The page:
THE BEST SELLERS’ LIST- 202…1 and Done: Biggest news events of the past year will have a lasting impact into the future


By Thomas Sellers Jr.

The weird year of 2021 is almost over.

There is still time for something crazy to happen and change this entire list. But as of December 23 this list coming up is my top 10 news events of the calendar year.

Last week I featured all the Memphis area events that rocked our portion of the United States. Some of those headlines made national news.

And I didn’t want to broaden my scope around the world because that would make this Best Sellers’ List a top 20 countdown.

Going back to January 1, 2021, I am going to focus on the biggest news items that impacted the United States and will have a lasting effect on U.S. Americans.

10. Travis Scott Concert

Back on Nov. 5, 10 people were killed at a music concert in Texas. While the circumstances of the Travis Scott concert are being debated. But what we do know is that a multitude of concert-goers died at NRG Park. The venue provided the perfect setting for a surge that hospitalized 25 people and took eight lives that night.

A ninth victim died on November 10 after previously being declared brain-dead. The 10th victim was a 9-year-old who had been in a medically-induced coma on November 14. I guess when 50,000 people show up to a concert on a lawn anything can happen.

10. Vaccination of Children

On Oct. 29 the Food and Drug Administration approved vaccines for U.S. Americans under 18. The U.S. Food and Drug Administration authorized the emergency use of the Pfizer-BioNTech COVID-19 Vaccine for the prevention of COVID-19 to include children 5-11.

The authorization was based on the FDA’s thorough and transparent evaluation of the data that included input from independent advisory committee experts who overwhelmingly voted in favor of making the vaccine available to children in this age group.

This came a few weeks after most schools reopened fully across the nation. With some school systems having mask mandates and others giving parents the options, the vaccine came in time to assist in controlling the coronavirus.

9. Job Market

About 10 months into the year, the United States economy was at a crossroads. There were 10 million job openings, but more than 8.4 million unemployed people were “looking for a job.”

With “Now Hiring” signs popping up in various industries and benefit packages being offered, business owners complained they can’t find enough workers.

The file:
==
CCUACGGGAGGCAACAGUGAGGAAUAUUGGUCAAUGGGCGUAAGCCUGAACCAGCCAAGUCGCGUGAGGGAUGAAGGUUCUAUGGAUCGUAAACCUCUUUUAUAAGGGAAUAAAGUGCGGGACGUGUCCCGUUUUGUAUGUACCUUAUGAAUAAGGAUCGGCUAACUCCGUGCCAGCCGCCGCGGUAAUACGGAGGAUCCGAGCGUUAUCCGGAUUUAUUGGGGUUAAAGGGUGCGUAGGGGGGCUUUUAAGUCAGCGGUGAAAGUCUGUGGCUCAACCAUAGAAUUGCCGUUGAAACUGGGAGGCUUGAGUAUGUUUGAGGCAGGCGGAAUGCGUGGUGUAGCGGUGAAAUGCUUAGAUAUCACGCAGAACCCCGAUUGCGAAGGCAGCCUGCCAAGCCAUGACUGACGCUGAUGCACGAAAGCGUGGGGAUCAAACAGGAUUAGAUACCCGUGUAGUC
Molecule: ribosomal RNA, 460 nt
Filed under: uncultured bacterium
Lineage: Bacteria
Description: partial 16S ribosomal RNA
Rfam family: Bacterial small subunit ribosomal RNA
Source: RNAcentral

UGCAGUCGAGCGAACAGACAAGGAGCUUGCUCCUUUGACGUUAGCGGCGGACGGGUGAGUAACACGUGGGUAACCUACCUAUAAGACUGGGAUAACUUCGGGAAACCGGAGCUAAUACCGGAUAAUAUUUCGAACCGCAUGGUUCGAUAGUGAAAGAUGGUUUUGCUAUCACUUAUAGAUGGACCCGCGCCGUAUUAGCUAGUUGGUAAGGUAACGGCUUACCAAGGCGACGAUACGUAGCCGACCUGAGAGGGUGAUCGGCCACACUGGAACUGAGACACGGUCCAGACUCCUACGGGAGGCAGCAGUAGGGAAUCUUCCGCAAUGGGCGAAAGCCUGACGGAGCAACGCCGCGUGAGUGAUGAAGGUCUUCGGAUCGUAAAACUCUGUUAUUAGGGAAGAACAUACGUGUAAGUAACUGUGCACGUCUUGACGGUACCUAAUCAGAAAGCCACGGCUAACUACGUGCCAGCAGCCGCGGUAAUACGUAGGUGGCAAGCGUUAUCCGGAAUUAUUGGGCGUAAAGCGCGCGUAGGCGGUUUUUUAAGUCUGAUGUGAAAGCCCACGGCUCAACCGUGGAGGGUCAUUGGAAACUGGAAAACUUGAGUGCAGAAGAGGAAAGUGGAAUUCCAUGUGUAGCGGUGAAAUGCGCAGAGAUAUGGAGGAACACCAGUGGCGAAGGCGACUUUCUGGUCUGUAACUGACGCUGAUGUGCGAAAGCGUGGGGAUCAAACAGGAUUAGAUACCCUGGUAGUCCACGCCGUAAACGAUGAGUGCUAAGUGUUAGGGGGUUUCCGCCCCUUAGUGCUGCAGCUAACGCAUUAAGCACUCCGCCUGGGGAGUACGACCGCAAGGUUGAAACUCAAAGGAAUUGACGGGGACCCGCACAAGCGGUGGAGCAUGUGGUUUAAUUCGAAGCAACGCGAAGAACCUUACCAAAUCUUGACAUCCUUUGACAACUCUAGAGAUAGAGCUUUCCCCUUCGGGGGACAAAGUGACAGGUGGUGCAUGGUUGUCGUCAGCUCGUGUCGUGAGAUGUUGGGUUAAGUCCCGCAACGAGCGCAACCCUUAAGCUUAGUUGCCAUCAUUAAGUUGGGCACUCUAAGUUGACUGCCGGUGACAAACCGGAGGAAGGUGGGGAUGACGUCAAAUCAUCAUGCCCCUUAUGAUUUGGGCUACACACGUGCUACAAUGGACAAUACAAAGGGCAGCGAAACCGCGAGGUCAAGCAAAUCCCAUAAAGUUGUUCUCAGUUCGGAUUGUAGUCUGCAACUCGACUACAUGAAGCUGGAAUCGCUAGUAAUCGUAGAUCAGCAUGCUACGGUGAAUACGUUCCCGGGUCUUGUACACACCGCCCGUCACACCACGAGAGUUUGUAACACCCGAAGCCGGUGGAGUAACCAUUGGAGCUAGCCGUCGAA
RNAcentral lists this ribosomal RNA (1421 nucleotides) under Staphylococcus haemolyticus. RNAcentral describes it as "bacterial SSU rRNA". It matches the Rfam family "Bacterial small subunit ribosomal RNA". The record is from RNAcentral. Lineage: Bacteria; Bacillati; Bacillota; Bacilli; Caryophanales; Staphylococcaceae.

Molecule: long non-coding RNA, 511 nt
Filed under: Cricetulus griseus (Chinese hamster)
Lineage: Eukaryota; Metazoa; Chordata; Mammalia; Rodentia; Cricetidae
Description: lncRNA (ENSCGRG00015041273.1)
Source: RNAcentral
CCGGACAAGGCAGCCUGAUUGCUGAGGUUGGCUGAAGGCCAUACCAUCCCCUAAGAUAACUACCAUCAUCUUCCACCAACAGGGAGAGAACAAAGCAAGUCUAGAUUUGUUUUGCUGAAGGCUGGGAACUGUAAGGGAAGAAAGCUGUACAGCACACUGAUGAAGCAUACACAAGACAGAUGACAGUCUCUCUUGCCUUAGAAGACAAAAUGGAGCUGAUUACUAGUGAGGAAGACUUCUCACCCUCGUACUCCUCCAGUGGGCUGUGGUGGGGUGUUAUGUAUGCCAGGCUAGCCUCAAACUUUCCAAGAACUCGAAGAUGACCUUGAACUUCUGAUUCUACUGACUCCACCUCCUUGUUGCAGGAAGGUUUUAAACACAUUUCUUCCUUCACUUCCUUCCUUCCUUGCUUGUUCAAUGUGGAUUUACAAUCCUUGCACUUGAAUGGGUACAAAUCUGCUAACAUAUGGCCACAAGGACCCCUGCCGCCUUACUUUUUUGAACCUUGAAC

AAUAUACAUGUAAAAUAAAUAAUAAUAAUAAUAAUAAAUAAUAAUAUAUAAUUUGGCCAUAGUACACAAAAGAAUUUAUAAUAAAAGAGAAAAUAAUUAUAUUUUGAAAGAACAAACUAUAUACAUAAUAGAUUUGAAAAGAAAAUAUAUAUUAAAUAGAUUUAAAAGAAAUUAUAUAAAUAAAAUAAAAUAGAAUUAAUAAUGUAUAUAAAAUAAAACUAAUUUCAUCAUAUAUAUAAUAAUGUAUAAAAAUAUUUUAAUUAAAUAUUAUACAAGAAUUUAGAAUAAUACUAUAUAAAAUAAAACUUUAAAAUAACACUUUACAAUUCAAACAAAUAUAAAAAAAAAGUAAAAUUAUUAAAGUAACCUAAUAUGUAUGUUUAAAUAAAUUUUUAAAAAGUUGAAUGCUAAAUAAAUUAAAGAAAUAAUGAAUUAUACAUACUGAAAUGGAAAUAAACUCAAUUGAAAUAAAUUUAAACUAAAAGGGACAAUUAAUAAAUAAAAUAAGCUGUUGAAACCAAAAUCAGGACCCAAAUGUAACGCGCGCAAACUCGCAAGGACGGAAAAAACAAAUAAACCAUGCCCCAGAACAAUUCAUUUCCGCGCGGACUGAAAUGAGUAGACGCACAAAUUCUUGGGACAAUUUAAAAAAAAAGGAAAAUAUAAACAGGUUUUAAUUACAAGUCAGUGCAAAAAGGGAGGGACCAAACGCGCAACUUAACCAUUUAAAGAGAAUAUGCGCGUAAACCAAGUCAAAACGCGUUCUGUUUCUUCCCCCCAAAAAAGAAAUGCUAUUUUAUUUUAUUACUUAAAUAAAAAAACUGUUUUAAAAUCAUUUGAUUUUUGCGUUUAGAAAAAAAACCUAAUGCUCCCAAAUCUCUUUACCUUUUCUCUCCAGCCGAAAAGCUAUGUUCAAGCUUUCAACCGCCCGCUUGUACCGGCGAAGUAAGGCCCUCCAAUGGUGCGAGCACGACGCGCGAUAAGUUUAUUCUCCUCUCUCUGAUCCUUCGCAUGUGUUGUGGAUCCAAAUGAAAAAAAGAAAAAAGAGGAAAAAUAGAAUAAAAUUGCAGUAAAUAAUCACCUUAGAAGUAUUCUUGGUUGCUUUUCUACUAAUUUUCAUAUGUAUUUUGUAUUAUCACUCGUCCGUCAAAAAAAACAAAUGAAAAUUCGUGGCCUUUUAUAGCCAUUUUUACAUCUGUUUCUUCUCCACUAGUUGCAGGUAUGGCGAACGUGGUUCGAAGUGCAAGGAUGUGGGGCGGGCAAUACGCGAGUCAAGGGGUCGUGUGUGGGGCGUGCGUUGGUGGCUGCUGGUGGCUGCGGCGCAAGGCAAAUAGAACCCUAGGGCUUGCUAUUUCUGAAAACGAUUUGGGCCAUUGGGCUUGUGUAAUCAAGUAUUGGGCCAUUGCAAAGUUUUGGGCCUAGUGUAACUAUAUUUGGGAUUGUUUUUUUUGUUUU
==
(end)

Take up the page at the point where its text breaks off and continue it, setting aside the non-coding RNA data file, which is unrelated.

Consumers had to endure longer waits, lack of products and staff shortages. From restaurants to auto repair shops, bring your patience.

There are still 5 million fewer jobs compared to before the pandemic.

8. Supply shortage

The previous entry on this list has led to No. 7 of the United States supply shortage. Back in 2020, we ran out and bought all types of cleaning supplies, toilet paper and bottles of water to face the unknown of the global pandemic.

Fast forward to 2021, we have a new elements that are the driving force behind our crisis. We now have supply-side shortages because reduced manufacturing output, decreased labor, and shipping delays.What will happen when the calendar turns to 2022? Will we have enough food? Will we have those crucial supplies to save and clean as new variants keep coming out?

7. Derek Chauvin Verdict

Memorial Day 2020 the lives of Officer Derek Chauvin and George Floyd collided. The death of Floyd that day involving Chauvin’s knee on the back of his neck for nearly 9 minutes led to an impactful trial in 2021. State of Minnesota vs. Chauvin was a criminal case in the District Court of Minnesota. Now the former Minneapolis police officer  Chauvin was tried and convicted of the murder of Floyd during an arrest on May 25, 2020. Chauvin was found guilty of second-degree unintentional murder, third-degree murder and second-degree manslaughter.

On June 25, 2021, Chauvin was sentenced to 22 and half years in prison for the second-degree murder.

The trial was held at the Hennepin County Government Center in Minneapolis, and it ran from March 8, 2021, through April 20. It was the first criminal trial in Minnesota to be entirely televised and the first in state court to be broadcast live. The trial received extensive media coverage, with more than 23 million people watching the verdict being announced on live television.

6. Kyle Rittenhouse Verdict